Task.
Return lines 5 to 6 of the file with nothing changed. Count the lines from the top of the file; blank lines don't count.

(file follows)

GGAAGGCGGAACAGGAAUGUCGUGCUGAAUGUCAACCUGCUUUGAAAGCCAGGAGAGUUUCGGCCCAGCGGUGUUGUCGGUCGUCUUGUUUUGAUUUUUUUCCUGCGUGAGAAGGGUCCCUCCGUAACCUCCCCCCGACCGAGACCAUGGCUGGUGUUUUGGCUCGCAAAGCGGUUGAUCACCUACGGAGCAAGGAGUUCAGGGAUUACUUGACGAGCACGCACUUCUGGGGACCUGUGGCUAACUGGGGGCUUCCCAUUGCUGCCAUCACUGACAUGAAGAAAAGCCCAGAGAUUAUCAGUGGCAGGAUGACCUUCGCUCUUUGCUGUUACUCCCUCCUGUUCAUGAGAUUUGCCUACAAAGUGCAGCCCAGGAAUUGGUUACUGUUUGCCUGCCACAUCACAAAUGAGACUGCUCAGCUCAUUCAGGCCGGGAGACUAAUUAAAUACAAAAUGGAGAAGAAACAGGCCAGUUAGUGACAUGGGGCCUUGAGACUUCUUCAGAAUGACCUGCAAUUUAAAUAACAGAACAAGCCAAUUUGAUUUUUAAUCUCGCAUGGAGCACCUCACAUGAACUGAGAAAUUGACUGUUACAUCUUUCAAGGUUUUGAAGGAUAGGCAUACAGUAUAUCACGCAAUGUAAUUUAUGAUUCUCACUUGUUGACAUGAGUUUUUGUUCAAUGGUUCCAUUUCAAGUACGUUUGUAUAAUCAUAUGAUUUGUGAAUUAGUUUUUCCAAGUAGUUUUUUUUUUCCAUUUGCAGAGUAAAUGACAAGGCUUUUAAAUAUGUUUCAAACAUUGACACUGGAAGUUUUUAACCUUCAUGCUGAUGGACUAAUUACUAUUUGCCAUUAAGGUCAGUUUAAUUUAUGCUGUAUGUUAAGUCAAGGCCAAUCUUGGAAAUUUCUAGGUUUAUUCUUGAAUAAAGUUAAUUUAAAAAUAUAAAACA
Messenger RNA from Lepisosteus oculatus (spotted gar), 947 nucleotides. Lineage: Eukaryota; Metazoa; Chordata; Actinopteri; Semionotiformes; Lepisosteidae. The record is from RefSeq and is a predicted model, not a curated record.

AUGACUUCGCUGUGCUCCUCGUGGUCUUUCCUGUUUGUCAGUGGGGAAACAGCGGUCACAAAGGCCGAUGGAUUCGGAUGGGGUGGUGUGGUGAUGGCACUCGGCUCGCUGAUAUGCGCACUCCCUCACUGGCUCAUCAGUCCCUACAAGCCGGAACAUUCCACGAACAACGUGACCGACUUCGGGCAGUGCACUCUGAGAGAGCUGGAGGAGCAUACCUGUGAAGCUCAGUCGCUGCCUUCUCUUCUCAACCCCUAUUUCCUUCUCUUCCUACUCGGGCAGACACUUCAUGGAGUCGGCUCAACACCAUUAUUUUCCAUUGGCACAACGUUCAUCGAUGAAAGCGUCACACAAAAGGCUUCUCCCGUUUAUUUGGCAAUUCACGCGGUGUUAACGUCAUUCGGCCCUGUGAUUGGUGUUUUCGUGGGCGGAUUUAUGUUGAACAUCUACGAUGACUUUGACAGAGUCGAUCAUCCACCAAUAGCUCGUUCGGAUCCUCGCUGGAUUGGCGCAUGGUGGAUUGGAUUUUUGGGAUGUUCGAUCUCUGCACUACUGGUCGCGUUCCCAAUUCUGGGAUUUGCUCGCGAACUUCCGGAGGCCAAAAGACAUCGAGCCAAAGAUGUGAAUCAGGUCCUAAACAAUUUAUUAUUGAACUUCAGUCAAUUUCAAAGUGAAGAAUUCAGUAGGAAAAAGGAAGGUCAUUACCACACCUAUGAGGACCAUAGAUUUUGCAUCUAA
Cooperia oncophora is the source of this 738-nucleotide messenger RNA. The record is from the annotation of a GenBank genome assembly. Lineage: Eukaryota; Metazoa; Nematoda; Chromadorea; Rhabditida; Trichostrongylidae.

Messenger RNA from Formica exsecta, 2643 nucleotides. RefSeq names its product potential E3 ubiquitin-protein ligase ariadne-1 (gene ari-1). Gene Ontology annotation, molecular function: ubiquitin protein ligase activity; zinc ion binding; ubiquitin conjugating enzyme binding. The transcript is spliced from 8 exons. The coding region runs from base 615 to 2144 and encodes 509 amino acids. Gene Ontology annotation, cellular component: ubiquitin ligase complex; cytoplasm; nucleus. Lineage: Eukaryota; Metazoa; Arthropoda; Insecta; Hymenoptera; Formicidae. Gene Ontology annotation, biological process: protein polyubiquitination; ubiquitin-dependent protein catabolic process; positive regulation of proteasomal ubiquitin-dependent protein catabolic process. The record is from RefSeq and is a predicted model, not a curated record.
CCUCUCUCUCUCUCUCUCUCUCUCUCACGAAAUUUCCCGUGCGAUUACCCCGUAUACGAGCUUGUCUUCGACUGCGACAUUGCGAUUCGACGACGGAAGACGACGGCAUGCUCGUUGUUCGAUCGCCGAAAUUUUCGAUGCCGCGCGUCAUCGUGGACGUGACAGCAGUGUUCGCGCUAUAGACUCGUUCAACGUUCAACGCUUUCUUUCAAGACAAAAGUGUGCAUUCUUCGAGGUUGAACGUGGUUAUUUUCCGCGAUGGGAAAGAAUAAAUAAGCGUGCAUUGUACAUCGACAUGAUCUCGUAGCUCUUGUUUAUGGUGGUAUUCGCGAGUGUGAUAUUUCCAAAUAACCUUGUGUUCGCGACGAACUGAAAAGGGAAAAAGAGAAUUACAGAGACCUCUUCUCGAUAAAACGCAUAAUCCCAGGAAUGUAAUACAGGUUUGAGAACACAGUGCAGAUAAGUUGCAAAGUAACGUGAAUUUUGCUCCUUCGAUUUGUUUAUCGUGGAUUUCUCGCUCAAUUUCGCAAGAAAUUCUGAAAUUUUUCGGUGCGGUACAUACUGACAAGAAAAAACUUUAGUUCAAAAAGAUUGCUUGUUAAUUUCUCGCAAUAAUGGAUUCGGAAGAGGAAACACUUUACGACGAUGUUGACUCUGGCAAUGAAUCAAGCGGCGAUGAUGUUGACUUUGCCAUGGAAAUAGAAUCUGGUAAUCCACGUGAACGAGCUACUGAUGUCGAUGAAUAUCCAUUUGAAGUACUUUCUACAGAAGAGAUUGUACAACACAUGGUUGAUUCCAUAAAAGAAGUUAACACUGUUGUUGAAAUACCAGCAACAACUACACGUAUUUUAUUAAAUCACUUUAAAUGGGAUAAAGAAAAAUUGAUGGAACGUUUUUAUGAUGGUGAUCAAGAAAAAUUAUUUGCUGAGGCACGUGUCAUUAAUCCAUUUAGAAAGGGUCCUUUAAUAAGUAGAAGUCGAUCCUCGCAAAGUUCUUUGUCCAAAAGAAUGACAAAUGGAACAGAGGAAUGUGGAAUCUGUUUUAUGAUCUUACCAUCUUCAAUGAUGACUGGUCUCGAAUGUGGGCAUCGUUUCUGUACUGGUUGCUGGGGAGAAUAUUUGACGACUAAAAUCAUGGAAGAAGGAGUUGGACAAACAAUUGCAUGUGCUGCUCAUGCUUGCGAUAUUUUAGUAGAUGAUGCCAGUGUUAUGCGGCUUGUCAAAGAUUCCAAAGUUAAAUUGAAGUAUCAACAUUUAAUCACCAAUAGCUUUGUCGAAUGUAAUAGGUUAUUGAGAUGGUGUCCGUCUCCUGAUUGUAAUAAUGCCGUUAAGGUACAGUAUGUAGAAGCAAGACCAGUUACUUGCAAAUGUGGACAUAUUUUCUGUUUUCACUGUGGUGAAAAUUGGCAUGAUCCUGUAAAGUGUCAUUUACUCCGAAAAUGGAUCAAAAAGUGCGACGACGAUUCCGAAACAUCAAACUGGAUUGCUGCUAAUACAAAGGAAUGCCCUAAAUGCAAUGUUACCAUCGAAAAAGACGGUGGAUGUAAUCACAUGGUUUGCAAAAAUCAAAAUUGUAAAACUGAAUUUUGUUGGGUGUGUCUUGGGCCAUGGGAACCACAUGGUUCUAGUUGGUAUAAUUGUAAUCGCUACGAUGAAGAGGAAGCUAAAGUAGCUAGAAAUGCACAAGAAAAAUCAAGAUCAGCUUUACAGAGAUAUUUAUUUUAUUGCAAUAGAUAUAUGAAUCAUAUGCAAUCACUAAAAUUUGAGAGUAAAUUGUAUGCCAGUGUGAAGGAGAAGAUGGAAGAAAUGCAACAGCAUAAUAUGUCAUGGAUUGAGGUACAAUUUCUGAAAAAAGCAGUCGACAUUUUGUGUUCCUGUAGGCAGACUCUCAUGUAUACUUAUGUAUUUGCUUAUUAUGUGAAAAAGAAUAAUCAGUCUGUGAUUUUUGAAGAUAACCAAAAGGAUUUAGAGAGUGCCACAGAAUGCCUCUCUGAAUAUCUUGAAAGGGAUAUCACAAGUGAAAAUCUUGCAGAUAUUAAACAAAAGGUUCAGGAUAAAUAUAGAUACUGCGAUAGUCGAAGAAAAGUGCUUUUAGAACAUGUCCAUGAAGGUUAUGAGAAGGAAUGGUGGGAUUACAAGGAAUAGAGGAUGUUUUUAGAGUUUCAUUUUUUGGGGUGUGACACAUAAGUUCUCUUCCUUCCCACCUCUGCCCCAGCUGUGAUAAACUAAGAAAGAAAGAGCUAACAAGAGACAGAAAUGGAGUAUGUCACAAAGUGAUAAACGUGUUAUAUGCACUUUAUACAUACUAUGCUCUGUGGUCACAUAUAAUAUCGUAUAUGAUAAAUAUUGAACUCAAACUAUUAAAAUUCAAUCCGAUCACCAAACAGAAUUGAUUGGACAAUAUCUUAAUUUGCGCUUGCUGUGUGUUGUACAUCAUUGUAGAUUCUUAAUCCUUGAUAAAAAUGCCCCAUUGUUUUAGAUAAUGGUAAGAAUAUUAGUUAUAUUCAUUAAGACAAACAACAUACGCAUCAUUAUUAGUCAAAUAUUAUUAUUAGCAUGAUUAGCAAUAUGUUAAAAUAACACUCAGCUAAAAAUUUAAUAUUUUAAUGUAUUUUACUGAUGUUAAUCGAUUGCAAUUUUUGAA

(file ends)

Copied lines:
Messenger RNA from Formica exsecta, 2643 nucleotides. RefSeq names its product potential E3 ubiquitin-protein ligase ariadne-1 (gene ari-1). Gene Ontology annotation, molecular function: ubiquitin protein ligase activity; zinc ion binding; ubiquitin conjugating enzyme binding. The transcript is spliced from 8 exons. The coding region runs from base 615 to 2144 and encodes 509 amino acids. Gene Ontology annotation, cellular component: ubiquitin ligase complex; cytoplasm; nucleus. Lineage: Eukaryota; Metazoa; Arthropoda; Insecta; Hymenoptera; Formicidae. Gene Ontology annotation, biological process: protein polyubiquitination; ubiquitin-dependent protein catabolic process; positive regulation of proteasomal ubiquitin-dependent protein catabolic process. The record is from RefSeq and is a predicted model, not a curated record.
CCUCUCUCUCUCUCUCUCUCUCUCUCACGAAAUUUCCCGUGCGAUUACCCCGUAUACGAGCUUGUCUUCGACUGCGACAUUGCGAUUCGACGACGGAAGACGACGGCAUGCUCGUUGUUCGAUCGCCGAAAUUUUCGAUGCCGCGCGUCAUCGUGGACGUGACAGCAGUGUUCGCGCUAUAGACUCGUUCAACGUUCAACGCUUUCUUUCAAGACAAAAGUGUGCAUUCUUCGAGGUUGAACGUGGUUAUUUUCCGCGAUGGGAAAGAAUAAAUAAGCGUGCAUUGUACAUCGACAUGAUCUCGUAGCUCUUGUUUAUGGUGGUAUUCGCGAGUGUGAUAUUUCCAAAUAACCUUGUGUUCGCGACGAACUGAAAAGGGAAAAAGAGAAUUACAGAGACCUCUUCUCGAUAAAACGCAUAAUCCCAGGAAUGUAAUACAGGUUUGAGAACACAGUGCAGAUAAGUUGCAAAGUAACGUGAAUUUUGCUCCUUCGAUUUGUUUAUCGUGGAUUUCUCGCUCAAUUUCGCAAGAAAUUCUGAAAUUUUUCGGUGCGGUACAUACUGACAAGAAAAAACUUUAGUUCAAAAAGAUUGCUUGUUAAUUUCUCGCAAUAAUGGAUUCGGAAGAGGAAACACUUUACGACGAUGUUGACUCUGGCAAUGAAUCAAGCGGCGAUGAUGUUGACUUUGCCAUGGAAAUAGAAUCUGGUAAUCCACGUGAACGAGCUACUGAUGUCGAUGAAUAUCCAUUUGAAGUACUUUCUACAGAAGAGAUUGUACAACACAUGGUUGAUUCCAUAAAAGAAGUUAACACUGUUGUUGAAAUACCAGCAACAACUACACGUAUUUUAUUAAAUCACUUUAAAUGGGAUAAAGAAAAAUUGAUGGAACGUUUUUAUGAUGGUGAUCAAGAAAAAUUAUUUGCUGAGGCACGUGUCAUUAAUCCAUUUAGAAAGGGUCCUUUAAUAAGUAGAAGUCGAUCCUCGCAAAGUUCUUUGUCCAAAAGAAUGACAAAUGGAACAGAGGAAUGUGGAAUCUGUUUUAUGAUCUUACCAUCUUCAAUGAUGACUGGUCUCGAAUGUGGGCAUCGUUUCUGUACUGGUUGCUGGGGAGAAUAUUUGACGACUAAAAUCAUGGAAGAAGGAGUUGGACAAACAAUUGCAUGUGCUGCUCAUGCUUGCGAUAUUUUAGUAGAUGAUGCCAGUGUUAUGCGGCUUGUCAAAGAUUCCAAAGUUAAAUUGAAGUAUCAACAUUUAAUCACCAAUAGCUUUGUCGAAUGUAAUAGGUUAUUGAGAUGGUGUCCGUCUCCUGAUUGUAAUAAUGCCGUUAAGGUACAGUAUGUAGAAGCAAGACCAGUUACUUGCAAAUGUGGACAUAUUUUCUGUUUUCACUGUGGUGAAAAUUGGCAUGAUCCUGUAAAGUGUCAUUUACUCCGAAAAUGGAUCAAAAAGUGCGACGACGAUUCCGAAACAUCAAACUGGAUUGCUGCUAAUACAAAGGAAUGCCCUAAAUGCAAUGUUACCAUCGAAAAAGACGGUGGAUGUAAUCACAUGGUUUGCAAAAAUCAAAAUUGUAAAACUGAAUUUUGUUGGGUGUGUCUUGGGCCAUGGGAACCACAUGGUUCUAGUUGGUAUAAUUGUAAUCGCUACGAUGAAGAGGAAGCUAAAGUAGCUAGAAAUGCACAAGAAAAAUCAAGAUCAGCUUUACAGAGAUAUUUAUUUUAUUGCAAUAGAUAUAUGAAUCAUAUGCAAUCACUAAAAUUUGAGAGUAAAUUGUAUGCCAGUGUGAAGGAGAAGAUGGAAGAAAUGCAACAGCAUAAUAUGUCAUGGAUUGAGGUACAAUUUCUGAAAAAAGCAGUCGACAUUUUGUGUUCCUGUAGGCAGACUCUCAUGUAUACUUAUGUAUUUGCUUAUUAUGUGAAAAAGAAUAAUCAGUCUGUGAUUUUUGAAGAUAACCAAAAGGAUUUAGAGAGUGCCACAGAAUGCCUCUCUGAAUAUCUUGAAAGGGAUAUCACAAGUGAAAAUCUUGCAGAUAUUAAACAAAAGGUUCAGGAUAAAUAUAGAUACUGCGAUAGUCGAAGAAAAGUGCUUUUAGAACAUGUCCAUGAAGGUUAUGAGAAGGAAUGGUGGGAUUACAAGGAAUAGAGGAUGUUUUUAGAGUUUCAUUUUUUGGGGUGUGACACAUAAGUUCUCUUCCUUCCCACCUCUGCCCCAGCUGUGAUAAACUAAGAAAGAAAGAGCUAACAAGAGACAGAAAUGGAGUAUGUCACAAAGUGAUAAACGUGUUAUAUGCACUUUAUACAUACUAUGCUCUGUGGUCACAUAUAAUAUCGUAUAUGAUAAAUAUUGAACUCAAACUAUUAAAAUUCAAUCCGAUCACCAAACAGAAUUGAUUGGACAAUAUCUUAAUUUGCGCUUGCUGUGUGUUGUACAUCAUUGUAGAUUCUUAAUCCUUGAUAAAAAUGCCCCAUUGUUUUAGAUAAUGGUAAGAAUAUUAGUUAUAUUCAUUAAGACAAACAACAUACGCAUCAUUAUUAGUCAAAUAUUAUUAUUAGCAUGAUUAGCAAUAUGUUAAAAUAACACUCAGCUAAAAAUUUAAUAUUUUAAUGUAUUUUACUGAUGUUAAUCGAUUGCAAUUUUUGAA